none
Convert byte[] to long RRS feed

  • Question

  • All of the searching I have done does not explain what I need.  I am reading data from a buffer and trying to convert the byte[] to a long value that is then displayed as text.  I have it working for byte, short, int and float but cannot get the long to work.  I just used, for example, BitConverter.ToInt16(buffer, 3).ToString() for short and similar conversions for the others but cannot make the long work.  It produces a very large number when I calculate it.

    BitConverter.ToInt64(buffer, 3).ToString() is what I have and it does not output the right number.

    Tuesday, March 5, 2013 7:50 PM

Answers

  • BitConverter.ToInt64 is correct.  Based upon your code the buffer starts with a 4-byte value because you're starting at offset 3.  It will then read the next 8 bytes and convert them to a long.  Using Calculator take the next 8 bytes starting at offset 3 from your buffer, place them in Calculator in hex mode and then switch it back to Dec to confirm that the value you're reading matches what you expected.  Keep in mind that some architectures use little endian and others use big endian.  If you're reading and writing the buffer using .NET code then you should be fine.  If the data is coming from another machine (like Unix or something) then it could be an endian problem.  My gut is your offset or data is wrong.

    As an alternative approach if you intend to read the buffer only once then you can wrap it in a BinaryWriter and then just read the types using the strongly typed Read methods.

    Michael Taylor - 3/5/2013
    http://msmvps.com/blogs/p3net

    • Marked as answer by N00b C Tuesday, March 5, 2013 9:23 PM
    Tuesday, March 5, 2013 8:47 PM
    Moderator

All replies

  • BitConverter.ToInt64 is correct.  Based upon your code the buffer starts with a 4-byte value because you're starting at offset 3.  It will then read the next 8 bytes and convert them to a long.  Using Calculator take the next 8 bytes starting at offset 3 from your buffer, place them in Calculator in hex mode and then switch it back to Dec to confirm that the value you're reading matches what you expected.  Keep in mind that some architectures use little endian and others use big endian.  If you're reading and writing the buffer using .NET code then you should be fine.  If the data is coming from another machine (like Unix or something) then it could be an endian problem.  My gut is your offset or data is wrong.

    As an alternative approach if you intend to read the buffer only once then you can wrap it in a BinaryWriter and then just read the types using the strongly typed Read methods.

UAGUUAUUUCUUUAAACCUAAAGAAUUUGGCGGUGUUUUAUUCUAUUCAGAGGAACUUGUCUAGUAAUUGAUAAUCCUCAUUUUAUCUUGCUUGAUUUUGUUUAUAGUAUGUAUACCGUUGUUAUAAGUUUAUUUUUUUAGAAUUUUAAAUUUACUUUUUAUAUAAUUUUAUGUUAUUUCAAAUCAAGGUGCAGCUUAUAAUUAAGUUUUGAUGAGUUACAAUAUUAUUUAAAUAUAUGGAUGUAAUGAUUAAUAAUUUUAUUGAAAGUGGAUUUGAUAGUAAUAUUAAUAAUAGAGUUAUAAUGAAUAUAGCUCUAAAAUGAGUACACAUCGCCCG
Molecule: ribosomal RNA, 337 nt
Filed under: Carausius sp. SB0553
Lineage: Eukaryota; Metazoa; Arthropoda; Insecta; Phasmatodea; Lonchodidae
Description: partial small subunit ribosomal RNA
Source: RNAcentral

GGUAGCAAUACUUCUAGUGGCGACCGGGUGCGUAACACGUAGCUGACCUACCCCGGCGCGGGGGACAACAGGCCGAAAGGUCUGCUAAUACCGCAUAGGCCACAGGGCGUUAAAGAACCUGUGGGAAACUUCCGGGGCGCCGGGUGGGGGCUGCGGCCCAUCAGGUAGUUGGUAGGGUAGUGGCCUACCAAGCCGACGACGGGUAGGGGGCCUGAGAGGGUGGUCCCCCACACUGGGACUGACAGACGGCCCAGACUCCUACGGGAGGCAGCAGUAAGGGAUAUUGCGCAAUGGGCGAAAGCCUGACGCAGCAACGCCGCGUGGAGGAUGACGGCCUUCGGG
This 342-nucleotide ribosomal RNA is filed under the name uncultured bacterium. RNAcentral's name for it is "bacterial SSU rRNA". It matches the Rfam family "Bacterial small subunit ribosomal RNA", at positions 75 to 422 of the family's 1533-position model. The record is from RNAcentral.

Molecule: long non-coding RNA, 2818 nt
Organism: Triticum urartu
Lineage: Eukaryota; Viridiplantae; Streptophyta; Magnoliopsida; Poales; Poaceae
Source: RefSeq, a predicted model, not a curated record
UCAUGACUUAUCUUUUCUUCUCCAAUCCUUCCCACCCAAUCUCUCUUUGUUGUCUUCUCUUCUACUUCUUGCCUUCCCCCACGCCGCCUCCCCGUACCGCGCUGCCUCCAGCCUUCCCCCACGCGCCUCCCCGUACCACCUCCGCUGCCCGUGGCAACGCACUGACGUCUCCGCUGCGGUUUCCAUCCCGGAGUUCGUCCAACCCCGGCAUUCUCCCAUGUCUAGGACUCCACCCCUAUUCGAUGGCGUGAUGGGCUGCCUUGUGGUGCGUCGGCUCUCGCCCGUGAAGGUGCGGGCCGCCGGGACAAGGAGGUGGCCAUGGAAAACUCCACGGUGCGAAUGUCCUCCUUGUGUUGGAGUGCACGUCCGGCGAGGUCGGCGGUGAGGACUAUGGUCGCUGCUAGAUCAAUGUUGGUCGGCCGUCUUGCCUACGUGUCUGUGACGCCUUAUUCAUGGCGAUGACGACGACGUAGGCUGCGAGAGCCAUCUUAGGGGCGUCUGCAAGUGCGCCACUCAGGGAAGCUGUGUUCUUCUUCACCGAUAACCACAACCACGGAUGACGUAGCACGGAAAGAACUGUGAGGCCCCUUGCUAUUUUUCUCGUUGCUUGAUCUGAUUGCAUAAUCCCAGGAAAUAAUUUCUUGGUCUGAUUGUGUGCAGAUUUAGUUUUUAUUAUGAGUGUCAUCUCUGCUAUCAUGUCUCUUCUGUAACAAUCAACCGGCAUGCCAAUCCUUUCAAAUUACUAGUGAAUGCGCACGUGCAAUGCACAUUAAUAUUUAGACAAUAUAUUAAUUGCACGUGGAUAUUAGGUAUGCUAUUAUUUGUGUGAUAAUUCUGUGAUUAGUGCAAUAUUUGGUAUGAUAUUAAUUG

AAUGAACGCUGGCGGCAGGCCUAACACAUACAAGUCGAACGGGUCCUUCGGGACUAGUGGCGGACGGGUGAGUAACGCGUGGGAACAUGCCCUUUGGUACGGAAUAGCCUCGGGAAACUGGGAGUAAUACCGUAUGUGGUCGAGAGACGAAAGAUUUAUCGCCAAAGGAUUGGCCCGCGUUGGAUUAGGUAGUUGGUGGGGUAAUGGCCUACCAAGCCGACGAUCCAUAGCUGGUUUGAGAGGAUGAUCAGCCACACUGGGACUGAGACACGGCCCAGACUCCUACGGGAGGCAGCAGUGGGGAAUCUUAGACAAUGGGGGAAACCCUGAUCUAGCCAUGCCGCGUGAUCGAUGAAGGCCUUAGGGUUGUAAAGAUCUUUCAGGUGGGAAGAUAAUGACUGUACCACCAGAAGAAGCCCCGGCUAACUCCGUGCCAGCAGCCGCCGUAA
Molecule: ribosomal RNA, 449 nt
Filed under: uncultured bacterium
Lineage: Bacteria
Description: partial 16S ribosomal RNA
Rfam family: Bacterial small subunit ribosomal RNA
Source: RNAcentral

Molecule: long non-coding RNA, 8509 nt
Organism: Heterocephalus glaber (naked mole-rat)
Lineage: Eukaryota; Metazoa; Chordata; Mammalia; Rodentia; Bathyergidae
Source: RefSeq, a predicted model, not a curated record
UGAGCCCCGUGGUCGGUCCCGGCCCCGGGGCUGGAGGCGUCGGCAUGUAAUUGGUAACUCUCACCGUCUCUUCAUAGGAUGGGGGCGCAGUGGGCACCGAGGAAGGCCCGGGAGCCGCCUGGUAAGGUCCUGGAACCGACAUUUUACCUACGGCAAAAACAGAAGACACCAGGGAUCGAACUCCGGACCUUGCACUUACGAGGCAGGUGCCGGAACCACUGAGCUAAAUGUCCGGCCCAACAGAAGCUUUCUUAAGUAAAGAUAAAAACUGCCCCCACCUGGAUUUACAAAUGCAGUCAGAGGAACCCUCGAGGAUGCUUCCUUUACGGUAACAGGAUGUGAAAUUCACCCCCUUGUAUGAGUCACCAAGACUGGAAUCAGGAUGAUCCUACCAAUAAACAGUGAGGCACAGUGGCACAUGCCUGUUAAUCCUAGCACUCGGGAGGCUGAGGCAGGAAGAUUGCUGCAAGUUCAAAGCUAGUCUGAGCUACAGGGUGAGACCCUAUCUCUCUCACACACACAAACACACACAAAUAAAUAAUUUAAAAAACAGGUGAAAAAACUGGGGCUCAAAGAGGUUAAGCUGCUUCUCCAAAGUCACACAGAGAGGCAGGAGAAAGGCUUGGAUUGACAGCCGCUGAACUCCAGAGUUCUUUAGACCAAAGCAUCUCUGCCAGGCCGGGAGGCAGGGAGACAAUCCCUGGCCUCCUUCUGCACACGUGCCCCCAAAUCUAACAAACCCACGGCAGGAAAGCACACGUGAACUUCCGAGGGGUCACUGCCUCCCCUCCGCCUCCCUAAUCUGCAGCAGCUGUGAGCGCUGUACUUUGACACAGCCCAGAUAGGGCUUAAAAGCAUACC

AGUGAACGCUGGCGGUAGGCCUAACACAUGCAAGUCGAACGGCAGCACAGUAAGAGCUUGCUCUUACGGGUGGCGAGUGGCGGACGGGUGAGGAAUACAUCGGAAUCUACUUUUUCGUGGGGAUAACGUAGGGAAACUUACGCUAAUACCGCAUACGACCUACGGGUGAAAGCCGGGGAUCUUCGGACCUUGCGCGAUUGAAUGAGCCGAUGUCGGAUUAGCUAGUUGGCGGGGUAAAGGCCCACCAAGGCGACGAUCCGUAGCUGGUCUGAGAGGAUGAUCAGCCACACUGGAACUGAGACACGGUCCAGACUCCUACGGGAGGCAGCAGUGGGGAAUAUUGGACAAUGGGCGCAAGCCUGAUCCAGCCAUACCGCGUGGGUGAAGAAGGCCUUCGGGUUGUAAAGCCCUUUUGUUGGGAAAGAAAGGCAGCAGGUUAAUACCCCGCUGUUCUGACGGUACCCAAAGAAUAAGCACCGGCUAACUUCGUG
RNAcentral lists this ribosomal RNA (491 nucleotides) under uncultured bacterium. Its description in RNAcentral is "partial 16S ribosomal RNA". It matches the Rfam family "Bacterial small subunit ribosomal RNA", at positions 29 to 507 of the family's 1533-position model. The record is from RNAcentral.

Michael Taylor - 3/5/2013
    http://msmvps.com/blogs/p3net

    • Marked as answer by N00b C Tuesday, March 5, 2013 9:23 PM
    Tuesday, March 5, 2013 8:47 PM
    Moderator
  • The values in my buffer are:

    [3] = 170

    [4] = 185

    [5] = 101

    [6] = 0

    I am trying to get 6666666 to output.


    What it gives me is 182725095307690.

    • Edited by N00b C Tuesday, March 5, 2013 9:23 PM
    Tuesday, March 5, 2013 9:01 PM
  • The first 4 bytes {AA, B9, 65, 0} in your buffer expressed as an integer are 6666666.  If you want it as a long, you'll have to convert it to an integer and then cast it to a long.
    Tuesday, March 5, 2013 9:15 PM
  • You can see http://msdn.microsoft.com/en-us/library/bb384066.aspx ,http://stackoverflow.com/questions/2289427/java-and-c-sharp-byte-array-to-long-conversion-difference

    The output may differ depending on the endianess of your computer's architecture.

    This example initializes an array of bytes, reverses the array if the computer architecture is little-endian (that is, the least significant byte is stored first), and then calls theToInt32(Byte[], Int32) method to convert four bytes in the array to an int. The second argument to ToInt32(Byte[], Int32) specifies the start index of the array of bytes.

    Constant denoting big-endian byte order. In this order, the bytes of a multibyte value are ordered from most significant to least significant.

    Constant denoting little-endian byte order. In this order, the bytes of a multibyte value are ordered from least significant to most significant.


    • Proposed as answer by Alaa El Bosaty Tuesday, March 5, 2013 11:07 PM
    Tuesday, March 5, 2013 11:07 PM